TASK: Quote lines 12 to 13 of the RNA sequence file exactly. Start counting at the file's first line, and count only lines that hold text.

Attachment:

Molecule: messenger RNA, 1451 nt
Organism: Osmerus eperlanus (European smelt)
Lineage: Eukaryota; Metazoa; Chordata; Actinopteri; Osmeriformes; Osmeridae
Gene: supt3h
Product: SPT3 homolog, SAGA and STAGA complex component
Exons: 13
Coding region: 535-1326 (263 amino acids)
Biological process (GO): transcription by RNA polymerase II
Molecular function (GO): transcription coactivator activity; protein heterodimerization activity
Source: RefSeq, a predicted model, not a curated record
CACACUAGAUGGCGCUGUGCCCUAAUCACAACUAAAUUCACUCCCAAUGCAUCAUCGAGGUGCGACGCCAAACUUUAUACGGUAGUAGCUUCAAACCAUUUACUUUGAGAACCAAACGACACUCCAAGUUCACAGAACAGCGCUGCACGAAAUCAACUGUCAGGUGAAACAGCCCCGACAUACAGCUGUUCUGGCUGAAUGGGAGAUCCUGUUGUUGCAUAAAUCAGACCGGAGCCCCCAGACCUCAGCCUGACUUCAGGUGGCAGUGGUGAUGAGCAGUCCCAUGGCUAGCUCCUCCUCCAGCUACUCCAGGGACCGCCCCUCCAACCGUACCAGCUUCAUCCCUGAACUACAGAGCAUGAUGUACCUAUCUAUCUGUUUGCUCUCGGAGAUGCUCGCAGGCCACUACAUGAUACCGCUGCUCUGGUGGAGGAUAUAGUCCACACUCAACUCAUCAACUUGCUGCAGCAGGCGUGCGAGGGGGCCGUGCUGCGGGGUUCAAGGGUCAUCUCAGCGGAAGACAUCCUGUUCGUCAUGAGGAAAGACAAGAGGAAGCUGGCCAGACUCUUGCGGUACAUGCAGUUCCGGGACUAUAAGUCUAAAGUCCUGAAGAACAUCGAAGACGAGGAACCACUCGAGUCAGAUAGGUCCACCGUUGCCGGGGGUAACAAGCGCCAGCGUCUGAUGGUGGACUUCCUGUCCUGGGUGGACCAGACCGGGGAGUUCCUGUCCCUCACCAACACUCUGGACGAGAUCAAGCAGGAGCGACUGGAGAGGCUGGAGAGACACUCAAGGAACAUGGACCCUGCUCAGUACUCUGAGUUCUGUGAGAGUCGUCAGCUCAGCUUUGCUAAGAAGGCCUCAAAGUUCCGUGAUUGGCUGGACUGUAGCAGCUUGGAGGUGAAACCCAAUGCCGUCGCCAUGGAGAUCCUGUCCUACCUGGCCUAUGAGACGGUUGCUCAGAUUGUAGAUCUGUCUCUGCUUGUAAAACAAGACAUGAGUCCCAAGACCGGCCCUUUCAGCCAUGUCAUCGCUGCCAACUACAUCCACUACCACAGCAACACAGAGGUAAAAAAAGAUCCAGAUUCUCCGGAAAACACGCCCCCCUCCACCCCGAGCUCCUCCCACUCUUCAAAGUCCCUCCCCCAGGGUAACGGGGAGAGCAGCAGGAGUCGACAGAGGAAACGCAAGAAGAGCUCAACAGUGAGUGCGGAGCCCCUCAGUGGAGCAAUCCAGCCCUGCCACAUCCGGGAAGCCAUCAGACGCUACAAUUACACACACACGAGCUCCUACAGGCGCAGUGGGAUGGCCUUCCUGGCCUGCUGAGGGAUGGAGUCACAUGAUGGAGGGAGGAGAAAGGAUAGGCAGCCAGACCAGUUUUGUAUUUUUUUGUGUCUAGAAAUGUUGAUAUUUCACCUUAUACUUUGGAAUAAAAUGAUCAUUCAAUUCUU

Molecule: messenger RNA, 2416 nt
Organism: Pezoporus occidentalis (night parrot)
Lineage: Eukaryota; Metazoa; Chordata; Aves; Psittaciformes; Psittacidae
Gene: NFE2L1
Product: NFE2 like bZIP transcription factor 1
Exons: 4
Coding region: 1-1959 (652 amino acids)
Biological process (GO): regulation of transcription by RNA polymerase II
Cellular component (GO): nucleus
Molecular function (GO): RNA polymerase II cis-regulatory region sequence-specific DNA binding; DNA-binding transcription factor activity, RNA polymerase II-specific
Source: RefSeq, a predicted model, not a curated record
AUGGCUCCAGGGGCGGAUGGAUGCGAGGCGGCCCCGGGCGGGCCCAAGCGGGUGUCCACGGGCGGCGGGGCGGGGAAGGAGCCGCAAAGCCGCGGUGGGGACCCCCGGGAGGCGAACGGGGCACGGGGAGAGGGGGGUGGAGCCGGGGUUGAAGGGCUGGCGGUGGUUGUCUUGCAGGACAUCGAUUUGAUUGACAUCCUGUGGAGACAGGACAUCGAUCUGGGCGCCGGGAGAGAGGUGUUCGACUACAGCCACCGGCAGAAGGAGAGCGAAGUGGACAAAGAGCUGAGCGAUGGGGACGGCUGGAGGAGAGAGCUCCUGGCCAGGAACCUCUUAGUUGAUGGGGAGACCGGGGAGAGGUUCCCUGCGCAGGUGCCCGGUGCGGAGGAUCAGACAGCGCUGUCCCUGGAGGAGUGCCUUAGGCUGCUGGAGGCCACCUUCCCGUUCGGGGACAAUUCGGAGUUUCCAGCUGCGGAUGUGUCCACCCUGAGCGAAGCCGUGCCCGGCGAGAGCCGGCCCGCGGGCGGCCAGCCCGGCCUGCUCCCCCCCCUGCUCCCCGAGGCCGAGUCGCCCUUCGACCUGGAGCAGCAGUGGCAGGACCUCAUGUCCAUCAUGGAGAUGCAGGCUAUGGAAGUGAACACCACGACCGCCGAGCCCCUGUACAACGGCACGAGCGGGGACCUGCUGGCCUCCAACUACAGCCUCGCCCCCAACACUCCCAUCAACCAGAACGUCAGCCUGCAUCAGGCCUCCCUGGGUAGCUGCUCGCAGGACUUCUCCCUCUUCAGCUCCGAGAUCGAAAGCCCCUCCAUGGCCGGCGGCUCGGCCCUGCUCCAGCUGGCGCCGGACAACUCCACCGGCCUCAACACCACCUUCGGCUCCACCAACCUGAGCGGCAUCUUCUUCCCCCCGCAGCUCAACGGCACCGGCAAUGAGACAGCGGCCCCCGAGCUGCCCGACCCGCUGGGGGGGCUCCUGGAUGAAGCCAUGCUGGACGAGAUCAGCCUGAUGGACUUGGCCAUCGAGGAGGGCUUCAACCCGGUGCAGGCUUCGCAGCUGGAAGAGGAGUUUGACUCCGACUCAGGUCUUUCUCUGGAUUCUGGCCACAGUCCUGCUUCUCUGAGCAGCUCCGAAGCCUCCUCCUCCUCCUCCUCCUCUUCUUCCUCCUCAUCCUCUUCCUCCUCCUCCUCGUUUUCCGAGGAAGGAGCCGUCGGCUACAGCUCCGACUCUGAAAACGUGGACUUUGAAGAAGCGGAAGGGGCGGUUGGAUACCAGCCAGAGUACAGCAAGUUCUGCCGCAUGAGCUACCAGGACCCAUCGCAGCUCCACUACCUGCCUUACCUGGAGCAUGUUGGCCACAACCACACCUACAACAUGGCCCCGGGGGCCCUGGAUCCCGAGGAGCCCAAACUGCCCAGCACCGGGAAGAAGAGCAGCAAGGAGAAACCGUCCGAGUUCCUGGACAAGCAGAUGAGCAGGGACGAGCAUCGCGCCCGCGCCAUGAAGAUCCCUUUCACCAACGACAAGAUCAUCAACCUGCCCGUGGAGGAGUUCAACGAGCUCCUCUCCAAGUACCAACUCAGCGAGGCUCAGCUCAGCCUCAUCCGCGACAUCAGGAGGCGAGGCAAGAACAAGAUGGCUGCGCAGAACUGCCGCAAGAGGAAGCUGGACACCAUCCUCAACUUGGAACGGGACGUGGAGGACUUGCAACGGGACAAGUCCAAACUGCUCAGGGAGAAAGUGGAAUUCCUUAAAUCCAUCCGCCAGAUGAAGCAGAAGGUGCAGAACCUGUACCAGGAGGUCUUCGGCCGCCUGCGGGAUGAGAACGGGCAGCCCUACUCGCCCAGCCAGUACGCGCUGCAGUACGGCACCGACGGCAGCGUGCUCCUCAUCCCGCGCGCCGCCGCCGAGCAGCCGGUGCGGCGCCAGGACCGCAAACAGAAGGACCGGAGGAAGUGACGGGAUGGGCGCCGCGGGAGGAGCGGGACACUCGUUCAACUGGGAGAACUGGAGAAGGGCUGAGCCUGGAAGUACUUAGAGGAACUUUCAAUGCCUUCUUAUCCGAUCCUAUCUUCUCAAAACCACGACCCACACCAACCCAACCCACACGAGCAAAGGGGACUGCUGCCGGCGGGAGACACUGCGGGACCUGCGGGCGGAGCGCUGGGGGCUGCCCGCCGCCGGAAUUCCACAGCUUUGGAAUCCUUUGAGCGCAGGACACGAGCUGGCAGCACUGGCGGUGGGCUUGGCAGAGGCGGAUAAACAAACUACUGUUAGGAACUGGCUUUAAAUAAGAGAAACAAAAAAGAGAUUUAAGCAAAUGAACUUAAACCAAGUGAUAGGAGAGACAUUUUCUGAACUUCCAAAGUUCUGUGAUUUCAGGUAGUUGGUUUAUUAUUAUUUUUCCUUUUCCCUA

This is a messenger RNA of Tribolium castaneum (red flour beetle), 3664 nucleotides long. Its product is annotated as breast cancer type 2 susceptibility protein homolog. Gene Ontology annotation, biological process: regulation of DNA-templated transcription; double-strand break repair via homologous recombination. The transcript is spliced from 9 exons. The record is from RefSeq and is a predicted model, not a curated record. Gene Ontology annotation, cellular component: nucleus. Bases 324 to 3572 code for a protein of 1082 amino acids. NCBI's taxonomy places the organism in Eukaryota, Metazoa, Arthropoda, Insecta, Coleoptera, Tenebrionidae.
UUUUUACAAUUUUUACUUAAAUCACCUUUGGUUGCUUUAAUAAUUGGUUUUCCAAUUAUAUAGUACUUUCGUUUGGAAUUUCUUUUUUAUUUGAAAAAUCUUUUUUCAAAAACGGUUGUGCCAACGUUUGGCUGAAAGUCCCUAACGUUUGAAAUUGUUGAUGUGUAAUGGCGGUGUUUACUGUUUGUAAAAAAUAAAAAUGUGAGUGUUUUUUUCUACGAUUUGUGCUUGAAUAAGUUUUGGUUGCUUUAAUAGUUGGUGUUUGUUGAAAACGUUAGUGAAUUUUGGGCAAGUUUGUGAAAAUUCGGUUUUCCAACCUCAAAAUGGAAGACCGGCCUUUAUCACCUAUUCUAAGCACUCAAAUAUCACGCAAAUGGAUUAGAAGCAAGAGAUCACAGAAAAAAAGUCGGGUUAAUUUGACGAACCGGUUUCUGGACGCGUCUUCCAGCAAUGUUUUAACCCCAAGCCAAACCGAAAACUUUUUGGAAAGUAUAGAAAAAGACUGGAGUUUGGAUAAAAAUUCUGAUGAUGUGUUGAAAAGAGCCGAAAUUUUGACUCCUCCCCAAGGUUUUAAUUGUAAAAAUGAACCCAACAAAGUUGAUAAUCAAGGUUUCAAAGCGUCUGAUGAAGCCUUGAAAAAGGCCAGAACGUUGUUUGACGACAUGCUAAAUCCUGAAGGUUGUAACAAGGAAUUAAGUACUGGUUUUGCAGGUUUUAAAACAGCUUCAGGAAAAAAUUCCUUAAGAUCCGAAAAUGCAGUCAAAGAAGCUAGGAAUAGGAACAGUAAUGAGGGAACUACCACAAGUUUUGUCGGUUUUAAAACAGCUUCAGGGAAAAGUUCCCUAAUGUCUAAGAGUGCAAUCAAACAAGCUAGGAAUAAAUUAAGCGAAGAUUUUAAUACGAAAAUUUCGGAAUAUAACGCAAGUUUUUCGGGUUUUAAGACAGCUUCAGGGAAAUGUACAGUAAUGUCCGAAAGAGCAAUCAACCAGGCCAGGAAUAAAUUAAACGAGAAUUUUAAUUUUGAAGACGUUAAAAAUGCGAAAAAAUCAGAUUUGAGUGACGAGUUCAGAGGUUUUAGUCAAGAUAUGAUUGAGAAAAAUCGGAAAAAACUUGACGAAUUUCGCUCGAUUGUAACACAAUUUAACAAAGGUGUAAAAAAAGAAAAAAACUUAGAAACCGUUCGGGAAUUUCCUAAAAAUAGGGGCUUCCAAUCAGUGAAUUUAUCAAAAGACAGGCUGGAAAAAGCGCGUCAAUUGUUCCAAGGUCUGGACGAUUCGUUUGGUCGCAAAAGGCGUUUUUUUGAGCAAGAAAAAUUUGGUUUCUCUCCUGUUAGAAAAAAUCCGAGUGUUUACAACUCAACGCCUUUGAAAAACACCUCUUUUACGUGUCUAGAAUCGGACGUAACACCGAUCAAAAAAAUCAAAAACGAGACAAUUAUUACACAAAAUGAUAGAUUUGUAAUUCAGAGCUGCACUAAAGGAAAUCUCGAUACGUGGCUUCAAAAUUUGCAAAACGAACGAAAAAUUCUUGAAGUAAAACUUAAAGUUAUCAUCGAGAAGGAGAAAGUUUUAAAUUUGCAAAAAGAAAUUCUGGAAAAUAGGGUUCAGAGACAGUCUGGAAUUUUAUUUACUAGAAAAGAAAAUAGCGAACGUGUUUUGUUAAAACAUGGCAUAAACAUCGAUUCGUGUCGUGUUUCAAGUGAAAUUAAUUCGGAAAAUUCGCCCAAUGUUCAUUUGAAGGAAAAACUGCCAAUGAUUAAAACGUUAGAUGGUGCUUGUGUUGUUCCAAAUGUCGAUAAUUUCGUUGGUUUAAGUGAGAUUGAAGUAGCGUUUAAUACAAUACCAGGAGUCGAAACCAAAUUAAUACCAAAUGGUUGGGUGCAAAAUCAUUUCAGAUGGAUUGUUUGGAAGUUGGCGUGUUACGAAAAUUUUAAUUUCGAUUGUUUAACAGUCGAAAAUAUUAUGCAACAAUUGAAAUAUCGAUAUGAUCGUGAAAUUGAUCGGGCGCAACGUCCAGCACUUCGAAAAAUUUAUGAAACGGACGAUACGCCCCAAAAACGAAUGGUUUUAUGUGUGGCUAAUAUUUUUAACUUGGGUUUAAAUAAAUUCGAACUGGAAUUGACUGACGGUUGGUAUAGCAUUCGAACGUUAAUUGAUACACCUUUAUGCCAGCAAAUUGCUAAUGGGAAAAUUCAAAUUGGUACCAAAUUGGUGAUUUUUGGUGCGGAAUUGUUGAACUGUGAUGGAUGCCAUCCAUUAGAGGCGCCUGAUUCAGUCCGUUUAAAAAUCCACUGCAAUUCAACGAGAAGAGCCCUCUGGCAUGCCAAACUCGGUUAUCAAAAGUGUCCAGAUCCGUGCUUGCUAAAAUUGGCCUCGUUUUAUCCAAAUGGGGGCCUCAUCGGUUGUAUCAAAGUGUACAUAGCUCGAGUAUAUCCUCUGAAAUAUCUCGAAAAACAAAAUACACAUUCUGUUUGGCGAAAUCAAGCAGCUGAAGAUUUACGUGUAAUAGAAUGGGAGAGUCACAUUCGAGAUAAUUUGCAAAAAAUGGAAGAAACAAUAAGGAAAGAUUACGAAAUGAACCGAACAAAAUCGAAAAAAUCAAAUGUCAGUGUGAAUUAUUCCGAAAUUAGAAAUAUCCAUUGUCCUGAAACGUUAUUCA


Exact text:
Molecule: messenger RNA, 2416 nt
Organism: Pezoporus occidentalis (night parrot)